Notes: 50th Street Films / Troma Entertainment. 97 minutes.
Pixie Chandler: Beverly D'Angelo
Dick Chandler: Brad Wilson
Sam / Salvadore Dali: Brion James
Susie: Moon Zappa
Dr. Egbert: Stephen McHattie
Tommy: Aron Eisenberg
Jenny: Sharon Martin
Dr. Harold Harold: Carmine Zozzora

Executive Producers: John F. Remark, Jay Rifkin
Produced: Philippe Mora, Bruce Critchley
Written and Directed: Philippe Mora
Co-Producer and Special Effects: Scott Billups
Music: Roy Hay.

Summary: We see "Beverly Hills: Two Million Years Ago" - that is, footage from Planet of Dinosaurs (1978). In present day, Dick Chandler and his coworker discover fossilized pterodactyl eggs but are cursed by a witch doctor for defiling sacred land: "You'll be in deep waste matter discharged from the alimentary canal." Dick's wife will become a pterodactyl and the other paleontologist turns into a lizard. This is dismissed initially as an experience of sunstroke.

Pixie Chandler starts acting weird, unattributingly quoting Dorothy Parker ("Trapped like a trap in a trap") and telling her friend Susie, "Don't disempower me with infantilisms." Eggs make her uneasy and when she is disgusted by marinated chicken feet she decides to become a "vegetarian" (except she loves fish). She dreams she was flying over L.A. as a pterodactyl, ends up in a tree in the morning, lusts after raw carp, and indeed transforms into a werepterodactyl.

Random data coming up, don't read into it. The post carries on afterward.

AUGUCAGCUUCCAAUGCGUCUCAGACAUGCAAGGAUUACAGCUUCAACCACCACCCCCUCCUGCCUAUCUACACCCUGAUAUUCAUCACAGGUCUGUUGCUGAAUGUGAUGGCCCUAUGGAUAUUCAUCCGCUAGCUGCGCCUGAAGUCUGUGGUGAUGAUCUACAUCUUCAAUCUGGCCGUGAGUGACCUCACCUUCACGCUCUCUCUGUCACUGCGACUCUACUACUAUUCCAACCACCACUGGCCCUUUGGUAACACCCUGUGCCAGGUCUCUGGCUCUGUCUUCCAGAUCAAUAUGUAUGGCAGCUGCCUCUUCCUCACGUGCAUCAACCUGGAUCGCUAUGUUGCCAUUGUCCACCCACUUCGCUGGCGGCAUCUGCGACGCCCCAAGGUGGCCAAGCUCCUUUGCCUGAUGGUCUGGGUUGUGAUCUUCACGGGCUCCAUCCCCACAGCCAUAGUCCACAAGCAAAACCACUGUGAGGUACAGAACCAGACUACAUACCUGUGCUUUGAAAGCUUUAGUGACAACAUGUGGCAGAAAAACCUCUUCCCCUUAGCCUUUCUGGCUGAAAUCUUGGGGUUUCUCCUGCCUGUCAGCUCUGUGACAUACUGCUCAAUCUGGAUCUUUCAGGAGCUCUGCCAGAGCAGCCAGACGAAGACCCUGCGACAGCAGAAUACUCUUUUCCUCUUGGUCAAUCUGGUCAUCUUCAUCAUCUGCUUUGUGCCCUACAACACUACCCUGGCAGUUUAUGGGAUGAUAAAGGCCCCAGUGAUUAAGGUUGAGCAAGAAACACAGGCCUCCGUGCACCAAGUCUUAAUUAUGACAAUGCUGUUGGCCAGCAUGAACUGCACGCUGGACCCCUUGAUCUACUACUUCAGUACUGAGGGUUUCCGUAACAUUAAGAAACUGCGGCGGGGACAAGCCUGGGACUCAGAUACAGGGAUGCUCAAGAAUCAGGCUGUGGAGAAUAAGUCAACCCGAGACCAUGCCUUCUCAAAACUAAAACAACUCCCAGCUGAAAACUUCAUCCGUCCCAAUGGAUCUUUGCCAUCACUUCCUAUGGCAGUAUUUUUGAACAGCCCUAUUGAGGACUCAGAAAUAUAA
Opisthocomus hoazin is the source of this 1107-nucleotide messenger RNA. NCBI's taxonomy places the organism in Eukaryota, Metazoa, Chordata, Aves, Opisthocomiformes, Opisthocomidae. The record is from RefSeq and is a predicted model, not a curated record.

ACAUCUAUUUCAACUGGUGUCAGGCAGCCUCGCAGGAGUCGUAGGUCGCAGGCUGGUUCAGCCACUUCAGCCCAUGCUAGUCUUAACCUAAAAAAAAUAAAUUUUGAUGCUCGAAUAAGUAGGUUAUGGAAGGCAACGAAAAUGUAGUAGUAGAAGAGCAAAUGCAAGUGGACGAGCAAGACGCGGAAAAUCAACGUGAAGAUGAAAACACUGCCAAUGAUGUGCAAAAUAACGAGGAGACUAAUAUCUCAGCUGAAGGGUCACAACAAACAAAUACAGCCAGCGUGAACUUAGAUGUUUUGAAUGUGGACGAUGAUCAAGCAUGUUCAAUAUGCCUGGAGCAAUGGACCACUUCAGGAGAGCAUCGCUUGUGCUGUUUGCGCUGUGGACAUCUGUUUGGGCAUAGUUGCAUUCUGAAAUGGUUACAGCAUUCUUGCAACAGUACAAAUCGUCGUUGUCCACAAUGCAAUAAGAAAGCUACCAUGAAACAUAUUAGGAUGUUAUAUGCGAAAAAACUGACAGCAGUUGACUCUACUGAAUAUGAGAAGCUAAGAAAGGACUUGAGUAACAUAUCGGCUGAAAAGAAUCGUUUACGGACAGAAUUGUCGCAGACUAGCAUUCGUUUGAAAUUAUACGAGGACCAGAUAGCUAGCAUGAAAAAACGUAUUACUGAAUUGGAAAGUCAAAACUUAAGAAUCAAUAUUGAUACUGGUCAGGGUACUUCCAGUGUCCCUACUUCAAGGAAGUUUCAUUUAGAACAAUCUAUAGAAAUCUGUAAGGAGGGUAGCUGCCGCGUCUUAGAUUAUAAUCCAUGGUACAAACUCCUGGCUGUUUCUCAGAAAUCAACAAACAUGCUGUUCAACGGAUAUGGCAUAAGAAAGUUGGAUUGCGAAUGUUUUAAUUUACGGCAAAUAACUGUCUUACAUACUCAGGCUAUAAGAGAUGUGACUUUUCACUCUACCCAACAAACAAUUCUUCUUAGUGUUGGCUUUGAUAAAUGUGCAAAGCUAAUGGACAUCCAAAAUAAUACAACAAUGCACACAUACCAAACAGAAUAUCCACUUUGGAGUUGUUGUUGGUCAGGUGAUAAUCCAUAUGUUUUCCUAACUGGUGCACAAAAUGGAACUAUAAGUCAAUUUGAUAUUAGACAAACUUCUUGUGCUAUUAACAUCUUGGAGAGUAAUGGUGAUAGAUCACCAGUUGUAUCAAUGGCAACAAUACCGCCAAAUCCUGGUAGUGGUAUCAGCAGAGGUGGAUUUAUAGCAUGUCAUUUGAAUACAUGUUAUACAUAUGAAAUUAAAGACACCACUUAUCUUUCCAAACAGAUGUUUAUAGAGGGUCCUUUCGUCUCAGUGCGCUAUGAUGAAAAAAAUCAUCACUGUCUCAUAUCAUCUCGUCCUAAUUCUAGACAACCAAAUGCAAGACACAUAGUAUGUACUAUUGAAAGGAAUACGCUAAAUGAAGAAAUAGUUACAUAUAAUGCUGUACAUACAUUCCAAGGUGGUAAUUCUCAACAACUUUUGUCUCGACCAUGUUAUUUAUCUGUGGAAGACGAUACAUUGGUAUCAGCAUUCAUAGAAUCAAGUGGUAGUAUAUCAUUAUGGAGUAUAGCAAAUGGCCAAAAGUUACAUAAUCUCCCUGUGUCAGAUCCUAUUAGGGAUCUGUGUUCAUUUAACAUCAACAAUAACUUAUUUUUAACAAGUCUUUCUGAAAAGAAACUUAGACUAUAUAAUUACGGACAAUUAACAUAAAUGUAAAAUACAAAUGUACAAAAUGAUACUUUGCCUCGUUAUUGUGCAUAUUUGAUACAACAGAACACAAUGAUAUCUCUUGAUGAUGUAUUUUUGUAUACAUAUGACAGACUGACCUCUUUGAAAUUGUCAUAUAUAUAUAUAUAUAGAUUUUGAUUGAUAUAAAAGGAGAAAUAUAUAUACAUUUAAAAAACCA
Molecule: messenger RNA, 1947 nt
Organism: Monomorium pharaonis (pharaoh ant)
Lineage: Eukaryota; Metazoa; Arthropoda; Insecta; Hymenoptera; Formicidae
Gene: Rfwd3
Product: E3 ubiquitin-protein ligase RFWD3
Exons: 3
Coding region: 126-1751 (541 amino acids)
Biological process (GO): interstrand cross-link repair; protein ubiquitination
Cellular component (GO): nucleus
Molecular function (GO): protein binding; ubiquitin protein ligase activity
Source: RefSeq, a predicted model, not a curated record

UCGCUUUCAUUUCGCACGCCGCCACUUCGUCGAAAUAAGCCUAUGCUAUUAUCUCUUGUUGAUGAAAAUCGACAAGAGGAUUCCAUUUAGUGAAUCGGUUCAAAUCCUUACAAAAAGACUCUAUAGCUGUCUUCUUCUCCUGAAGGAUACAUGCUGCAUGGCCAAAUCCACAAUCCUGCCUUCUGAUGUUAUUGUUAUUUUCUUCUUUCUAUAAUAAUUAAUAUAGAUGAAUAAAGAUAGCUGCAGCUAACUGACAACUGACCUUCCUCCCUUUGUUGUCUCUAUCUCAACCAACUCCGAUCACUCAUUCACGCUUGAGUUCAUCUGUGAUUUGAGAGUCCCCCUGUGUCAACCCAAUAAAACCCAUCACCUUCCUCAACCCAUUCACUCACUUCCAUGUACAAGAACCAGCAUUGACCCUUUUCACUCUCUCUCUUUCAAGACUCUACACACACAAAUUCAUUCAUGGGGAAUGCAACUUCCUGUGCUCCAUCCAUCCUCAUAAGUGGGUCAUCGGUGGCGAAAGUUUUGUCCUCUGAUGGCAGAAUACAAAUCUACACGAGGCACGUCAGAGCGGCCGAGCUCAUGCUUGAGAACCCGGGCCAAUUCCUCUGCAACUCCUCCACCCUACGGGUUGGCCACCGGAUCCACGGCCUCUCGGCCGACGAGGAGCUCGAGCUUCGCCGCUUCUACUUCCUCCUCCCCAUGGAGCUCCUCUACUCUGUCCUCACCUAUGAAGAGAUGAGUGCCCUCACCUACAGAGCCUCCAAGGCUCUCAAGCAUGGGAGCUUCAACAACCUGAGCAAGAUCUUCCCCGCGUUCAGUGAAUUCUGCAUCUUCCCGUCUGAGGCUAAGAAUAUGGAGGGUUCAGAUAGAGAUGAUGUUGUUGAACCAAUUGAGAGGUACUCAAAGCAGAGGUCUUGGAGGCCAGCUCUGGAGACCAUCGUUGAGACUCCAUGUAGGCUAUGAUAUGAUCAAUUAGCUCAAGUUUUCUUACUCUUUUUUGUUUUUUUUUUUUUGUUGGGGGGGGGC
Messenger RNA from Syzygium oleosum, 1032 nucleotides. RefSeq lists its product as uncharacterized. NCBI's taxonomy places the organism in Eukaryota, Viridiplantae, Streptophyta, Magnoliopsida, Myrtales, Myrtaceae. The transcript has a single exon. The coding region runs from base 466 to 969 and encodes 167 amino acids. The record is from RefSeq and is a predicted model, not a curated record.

Pixie and Susie visit a guru, Sam, who serves blue martinis and tells Pixie to reconcile herself to her occasional dinosaur form. A government cryptozoologist is on the case and Pixie is convinced to turn over an egg she has laid. Her family changes its collective mind and retrieves the hatchling, as Dick recalls the curse in the desert.

Sam visits Susie in his own pterodactyl form as the family ventures off in search of the witch doctor towards "dreamtime land" where they ironically point out stock footage, claiming to see "Stoposaurus Motioncus." It turns out that Sam had dug up the witch doctor's great grandmother, but Pixie is off the hook if the family leaves the baby pterodactyl there. Sam wanders off into the desert, and maybe it was all a sunstroke dream again.

Commentary: This film is weird and good. The humor is bizarre and usually not forced. And the Blue Martini song certainly belongs on the CD collection of dinosaur movies' greatest hits.